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China Folk Culture
Folk culture is often cited as against elite culture. While elite culture represents the high-end accomplishments of a nation, often in the form of fine arts, philosophy, literature, etc. created by outstanding, talented people, folk culture is the collective achievements of the nation’s entire population. As the Birmingham School of Cultural Studies asserts, culture is the way of life of the ordinary people. In this sense, folk culture is more meaningful than elite. It is the fundamental element and gene of Chinese culture.
China Folk Sports
China boasts numerous interesting and eye-dazzling folk sports with long history such as Dragon Dance, Flying Skites, Chinese Chess, Tug-of-war. They embodied the intelligence of Chinese people and shed light on its profound culture.
China Folk Sports
China Love and Marriage Customs
In this section, you can read the most incredible and romantic love and marriage customs in China, such as the Walking Marriage of the Mosuo people living along Lugu Lake.
The Alluring Walking Marriage of Mosuo People
Bai People's Wedding Ceremony
Yunnan Love and Marriage Customs
Chinese Furniture
People may be deeply dazzled with Chinese diversities of furnitures when visiting the traditional mansions of ancient China like Prince Gong Mansion in Beijing, Chengde Summer Resort, Suzhou Humble Administrator's Garden and Yuyuan Garden of Shanghai. This is the first impression of Chinese furniture to the westerners.
Chinese Furniture
Chinese Knots
raditional Chinese decorative knots, also known as Chinese knots, are typical local arts of China. They are a distinctive and traditional Chinese folk handicraft woven separately from one piece of thread and named according to its shape and meaning. In Chinese, “knot” means reunion, friendliness, peace, warmth, marriage, love, etc. Chinese knots are often used to express good wishes, including happiness, prosperity, love and the absence of evil.
Chinese Horoscope
Chinese Knots
Chinese Paper Cutting
Paper cutting is a popular Chinese folk art. In the past, every girl was expected to master it, and brides were often judged by their paper cutting skills. At festivals and other festive occasions like a wedding, the Chinese would decorate walls, windows, doors, columns, mirrors, lamps and lanterns in homes with paper cuts, or simply gave out paper cuts as gifts. Good luck is supposed to be with the household decorated with paper cuts.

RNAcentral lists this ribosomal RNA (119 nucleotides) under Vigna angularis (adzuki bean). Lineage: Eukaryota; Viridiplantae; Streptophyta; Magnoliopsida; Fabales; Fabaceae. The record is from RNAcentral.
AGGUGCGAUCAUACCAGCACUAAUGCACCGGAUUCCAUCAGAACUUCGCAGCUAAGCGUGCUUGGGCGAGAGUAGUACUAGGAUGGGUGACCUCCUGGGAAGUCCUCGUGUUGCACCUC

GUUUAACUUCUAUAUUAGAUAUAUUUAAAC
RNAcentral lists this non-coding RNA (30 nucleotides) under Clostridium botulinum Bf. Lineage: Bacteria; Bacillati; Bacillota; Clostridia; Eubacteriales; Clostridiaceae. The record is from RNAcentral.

Chinese paper cutting
Chinese Shadow Plays
According to a survey made by the late writer Sun Kaidi, Chinese shadow play dated back to the mid-or late Tang Dynasty, or the later Five Dynasties (907-960). During that period, it served as a media for the preaching of Buddhist Dharma of transmigration and retribution. In temples, shadow figures were used as the supposed souls of the dead when their sin was expiated after death by monk preachers in charge of public service.
Chinese Shadow Play
Dongba Culture
Dongba culture encompasses Dongba language, script, painting, dance, music and rituals, it is created, preserved and promoted by their priests named Dongba.
Dongba Culture
Lijiang Baisha Mural
Baisha Mural is a gem of Naxi people’s culture, an integral part of the Old Town of Lijiang and one of the most expressive forms of Dongba culture. Painted during Ming Dynasty(1368-1644), Baisha Mural combines Dongba paintings’ romantic and primitive flavor, Tibetan paintings’ sumptuous color and flowing lines as well as Chinese traditional paintings’ highly symbolic and effective use of strokes.
Lijiang Baisha Mural
Tibetan Opera
Standing out as the most popular and distinguished minority opera, Tibetan Opera emerged during Ming dynasty, which is 400 years earlier than Beijing Opera. Together, they complement one another and rank as UNESCO World Intangible Heritage.
Tibetan Opera, Art of Masks
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